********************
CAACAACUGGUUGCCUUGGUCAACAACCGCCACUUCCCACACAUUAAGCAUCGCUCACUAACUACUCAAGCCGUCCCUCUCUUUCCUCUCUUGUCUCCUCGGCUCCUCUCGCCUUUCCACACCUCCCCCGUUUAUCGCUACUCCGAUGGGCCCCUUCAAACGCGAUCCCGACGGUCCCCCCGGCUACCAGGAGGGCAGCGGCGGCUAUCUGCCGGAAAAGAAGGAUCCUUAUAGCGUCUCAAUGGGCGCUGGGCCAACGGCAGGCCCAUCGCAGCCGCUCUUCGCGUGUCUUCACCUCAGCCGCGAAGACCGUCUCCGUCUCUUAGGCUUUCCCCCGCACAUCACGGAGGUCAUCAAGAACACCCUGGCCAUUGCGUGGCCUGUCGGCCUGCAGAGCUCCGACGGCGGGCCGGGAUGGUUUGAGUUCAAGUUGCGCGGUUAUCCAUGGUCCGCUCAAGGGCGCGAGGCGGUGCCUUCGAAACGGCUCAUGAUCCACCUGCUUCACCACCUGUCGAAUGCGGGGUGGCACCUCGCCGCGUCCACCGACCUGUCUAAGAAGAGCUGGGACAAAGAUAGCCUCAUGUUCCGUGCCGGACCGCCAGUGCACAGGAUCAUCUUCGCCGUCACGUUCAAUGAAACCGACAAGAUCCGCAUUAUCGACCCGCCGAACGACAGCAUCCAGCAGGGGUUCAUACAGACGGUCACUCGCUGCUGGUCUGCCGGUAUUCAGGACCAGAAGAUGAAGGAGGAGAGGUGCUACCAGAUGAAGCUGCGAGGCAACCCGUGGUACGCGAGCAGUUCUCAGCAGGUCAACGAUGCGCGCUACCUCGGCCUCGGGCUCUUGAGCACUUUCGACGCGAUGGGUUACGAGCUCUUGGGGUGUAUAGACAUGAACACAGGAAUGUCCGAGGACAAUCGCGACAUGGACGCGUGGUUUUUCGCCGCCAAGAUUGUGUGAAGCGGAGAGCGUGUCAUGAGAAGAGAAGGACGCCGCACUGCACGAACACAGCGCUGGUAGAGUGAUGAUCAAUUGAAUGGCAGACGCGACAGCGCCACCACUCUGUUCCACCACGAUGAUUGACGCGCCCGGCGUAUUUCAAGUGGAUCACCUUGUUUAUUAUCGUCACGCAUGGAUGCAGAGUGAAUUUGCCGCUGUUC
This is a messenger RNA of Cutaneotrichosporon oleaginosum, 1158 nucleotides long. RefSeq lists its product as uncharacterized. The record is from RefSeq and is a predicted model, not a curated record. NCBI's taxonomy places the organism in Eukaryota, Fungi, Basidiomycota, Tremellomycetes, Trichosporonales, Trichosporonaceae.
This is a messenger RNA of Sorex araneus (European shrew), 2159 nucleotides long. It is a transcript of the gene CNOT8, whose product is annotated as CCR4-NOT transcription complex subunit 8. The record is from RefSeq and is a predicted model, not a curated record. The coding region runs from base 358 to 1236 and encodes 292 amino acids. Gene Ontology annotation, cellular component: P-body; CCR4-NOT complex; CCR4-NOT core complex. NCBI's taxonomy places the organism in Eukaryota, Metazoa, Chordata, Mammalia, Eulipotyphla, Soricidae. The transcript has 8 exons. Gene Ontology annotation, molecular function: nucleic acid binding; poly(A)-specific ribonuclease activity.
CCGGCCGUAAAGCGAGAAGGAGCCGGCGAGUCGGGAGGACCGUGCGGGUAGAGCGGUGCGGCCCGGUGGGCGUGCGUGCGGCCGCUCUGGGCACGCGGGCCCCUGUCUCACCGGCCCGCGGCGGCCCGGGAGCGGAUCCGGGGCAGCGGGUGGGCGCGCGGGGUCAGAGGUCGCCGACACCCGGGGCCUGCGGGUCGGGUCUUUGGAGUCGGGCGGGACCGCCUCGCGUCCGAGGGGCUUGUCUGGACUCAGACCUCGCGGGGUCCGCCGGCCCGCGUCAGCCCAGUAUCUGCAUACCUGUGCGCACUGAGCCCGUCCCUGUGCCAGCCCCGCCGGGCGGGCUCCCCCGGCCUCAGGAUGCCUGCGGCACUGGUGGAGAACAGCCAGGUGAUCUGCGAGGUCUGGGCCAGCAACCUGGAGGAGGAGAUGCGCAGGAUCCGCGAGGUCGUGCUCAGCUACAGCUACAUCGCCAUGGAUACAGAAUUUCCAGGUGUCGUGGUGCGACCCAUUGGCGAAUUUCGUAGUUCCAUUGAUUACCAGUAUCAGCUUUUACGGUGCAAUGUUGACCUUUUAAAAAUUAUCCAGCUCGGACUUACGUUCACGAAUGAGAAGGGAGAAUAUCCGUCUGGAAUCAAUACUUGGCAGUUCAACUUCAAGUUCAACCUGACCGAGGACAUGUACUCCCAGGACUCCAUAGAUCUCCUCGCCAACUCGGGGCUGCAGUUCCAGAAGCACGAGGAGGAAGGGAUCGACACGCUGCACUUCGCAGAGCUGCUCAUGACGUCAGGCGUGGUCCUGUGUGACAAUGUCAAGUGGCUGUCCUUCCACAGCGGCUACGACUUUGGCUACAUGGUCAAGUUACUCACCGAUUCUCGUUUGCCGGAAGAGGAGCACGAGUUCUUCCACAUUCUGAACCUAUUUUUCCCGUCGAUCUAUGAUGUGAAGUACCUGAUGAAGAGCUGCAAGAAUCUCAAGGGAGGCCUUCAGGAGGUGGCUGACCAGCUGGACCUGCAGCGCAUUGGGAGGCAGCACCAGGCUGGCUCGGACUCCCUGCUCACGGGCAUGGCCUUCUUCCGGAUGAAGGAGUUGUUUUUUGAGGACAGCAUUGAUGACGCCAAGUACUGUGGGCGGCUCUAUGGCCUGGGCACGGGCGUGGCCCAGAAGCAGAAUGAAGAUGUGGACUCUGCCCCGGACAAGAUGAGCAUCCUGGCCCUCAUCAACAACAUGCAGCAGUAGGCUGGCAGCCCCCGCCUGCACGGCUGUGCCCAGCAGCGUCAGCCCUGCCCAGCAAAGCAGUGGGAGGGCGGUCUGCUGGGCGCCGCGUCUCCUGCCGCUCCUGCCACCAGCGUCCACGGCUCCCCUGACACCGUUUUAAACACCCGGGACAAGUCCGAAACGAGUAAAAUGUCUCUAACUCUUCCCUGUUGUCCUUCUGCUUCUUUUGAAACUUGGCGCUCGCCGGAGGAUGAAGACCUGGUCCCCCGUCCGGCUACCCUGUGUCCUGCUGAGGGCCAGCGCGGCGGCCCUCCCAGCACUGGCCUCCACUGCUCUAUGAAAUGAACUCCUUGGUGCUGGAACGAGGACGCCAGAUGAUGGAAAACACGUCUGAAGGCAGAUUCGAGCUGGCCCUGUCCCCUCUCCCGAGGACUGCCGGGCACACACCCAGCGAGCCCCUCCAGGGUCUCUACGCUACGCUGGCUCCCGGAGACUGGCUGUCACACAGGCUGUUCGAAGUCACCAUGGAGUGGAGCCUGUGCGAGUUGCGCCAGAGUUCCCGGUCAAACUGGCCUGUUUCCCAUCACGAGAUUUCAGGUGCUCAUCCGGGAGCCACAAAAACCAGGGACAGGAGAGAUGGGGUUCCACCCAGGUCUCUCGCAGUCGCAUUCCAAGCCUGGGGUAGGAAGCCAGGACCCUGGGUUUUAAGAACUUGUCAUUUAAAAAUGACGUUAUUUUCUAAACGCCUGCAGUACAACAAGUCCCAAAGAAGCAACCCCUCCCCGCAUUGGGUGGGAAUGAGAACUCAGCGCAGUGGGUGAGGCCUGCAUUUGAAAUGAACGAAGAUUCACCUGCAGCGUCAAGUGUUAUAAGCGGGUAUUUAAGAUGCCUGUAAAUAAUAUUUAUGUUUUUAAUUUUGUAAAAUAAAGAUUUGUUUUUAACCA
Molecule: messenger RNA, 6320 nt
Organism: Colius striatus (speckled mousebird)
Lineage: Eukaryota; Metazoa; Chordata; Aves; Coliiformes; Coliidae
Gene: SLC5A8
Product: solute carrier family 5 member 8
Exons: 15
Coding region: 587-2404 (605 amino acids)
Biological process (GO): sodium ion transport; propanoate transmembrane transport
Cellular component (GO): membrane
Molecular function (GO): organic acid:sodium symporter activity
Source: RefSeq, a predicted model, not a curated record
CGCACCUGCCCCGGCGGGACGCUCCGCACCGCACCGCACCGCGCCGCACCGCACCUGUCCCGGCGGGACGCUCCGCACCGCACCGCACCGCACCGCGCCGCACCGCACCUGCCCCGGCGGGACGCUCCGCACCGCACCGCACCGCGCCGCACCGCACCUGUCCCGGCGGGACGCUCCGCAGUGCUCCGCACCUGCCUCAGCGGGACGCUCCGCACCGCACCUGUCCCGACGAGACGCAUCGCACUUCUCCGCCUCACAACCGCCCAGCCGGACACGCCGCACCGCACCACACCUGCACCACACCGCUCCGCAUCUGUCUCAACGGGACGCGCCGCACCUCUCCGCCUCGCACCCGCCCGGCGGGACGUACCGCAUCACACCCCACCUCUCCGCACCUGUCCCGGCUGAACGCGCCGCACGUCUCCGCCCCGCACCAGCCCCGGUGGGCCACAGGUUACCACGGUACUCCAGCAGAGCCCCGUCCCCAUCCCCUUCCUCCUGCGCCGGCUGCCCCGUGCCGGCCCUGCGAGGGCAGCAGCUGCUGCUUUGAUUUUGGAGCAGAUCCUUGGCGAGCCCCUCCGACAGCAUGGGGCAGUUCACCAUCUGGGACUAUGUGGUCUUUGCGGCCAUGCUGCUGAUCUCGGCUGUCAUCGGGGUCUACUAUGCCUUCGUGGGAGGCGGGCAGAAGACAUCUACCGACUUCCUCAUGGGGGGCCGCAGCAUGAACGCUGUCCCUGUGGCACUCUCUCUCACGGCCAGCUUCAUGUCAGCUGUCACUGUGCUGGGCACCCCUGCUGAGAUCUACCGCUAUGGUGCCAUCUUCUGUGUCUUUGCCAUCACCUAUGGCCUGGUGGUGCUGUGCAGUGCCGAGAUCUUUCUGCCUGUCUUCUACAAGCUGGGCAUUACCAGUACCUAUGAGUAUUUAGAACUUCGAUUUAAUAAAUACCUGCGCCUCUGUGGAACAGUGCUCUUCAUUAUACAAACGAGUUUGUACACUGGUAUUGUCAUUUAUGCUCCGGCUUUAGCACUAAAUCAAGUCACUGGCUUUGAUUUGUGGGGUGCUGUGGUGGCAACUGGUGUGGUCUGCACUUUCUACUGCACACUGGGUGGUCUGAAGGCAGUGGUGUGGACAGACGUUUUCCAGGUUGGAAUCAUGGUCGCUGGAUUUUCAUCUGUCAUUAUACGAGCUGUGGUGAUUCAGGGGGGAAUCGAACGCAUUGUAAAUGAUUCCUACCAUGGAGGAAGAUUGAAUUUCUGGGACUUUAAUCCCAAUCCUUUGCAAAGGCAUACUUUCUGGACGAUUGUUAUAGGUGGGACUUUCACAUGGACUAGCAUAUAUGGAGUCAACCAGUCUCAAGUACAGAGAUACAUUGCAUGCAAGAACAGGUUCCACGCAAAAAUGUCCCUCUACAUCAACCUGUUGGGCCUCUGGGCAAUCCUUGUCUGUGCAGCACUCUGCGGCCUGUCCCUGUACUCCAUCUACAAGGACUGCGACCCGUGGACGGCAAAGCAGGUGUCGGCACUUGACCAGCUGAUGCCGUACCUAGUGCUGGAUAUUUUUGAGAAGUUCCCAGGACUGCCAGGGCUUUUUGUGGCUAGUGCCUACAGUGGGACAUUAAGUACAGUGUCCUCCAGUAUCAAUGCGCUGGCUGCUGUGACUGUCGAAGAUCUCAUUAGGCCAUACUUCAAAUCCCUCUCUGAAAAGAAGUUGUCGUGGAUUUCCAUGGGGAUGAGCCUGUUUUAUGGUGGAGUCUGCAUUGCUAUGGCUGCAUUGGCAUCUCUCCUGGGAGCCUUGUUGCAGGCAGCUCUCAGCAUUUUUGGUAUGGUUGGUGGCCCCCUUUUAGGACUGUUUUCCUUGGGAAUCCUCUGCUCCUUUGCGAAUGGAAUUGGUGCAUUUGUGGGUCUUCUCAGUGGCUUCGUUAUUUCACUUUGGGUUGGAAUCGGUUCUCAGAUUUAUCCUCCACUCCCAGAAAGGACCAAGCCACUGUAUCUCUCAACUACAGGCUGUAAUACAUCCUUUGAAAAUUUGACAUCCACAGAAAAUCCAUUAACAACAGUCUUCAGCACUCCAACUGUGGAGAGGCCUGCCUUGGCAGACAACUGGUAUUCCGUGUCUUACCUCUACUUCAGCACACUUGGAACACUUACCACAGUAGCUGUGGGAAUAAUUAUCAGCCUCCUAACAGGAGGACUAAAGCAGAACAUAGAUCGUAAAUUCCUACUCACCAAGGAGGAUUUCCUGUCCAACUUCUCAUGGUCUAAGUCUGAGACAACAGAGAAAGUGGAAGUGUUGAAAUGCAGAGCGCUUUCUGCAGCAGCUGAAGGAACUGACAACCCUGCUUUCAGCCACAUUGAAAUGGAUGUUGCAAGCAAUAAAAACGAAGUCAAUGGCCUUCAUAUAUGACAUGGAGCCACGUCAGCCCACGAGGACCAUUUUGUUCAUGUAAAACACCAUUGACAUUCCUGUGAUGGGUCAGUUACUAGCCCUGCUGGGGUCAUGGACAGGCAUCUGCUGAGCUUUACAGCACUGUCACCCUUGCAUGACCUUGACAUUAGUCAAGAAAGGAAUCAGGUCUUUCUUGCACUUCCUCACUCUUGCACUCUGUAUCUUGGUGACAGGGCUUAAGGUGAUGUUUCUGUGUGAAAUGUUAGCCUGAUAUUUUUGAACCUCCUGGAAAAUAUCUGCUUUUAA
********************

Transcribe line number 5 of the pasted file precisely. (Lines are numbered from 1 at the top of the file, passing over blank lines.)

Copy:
Molecule: messenger RNA, 6320 nt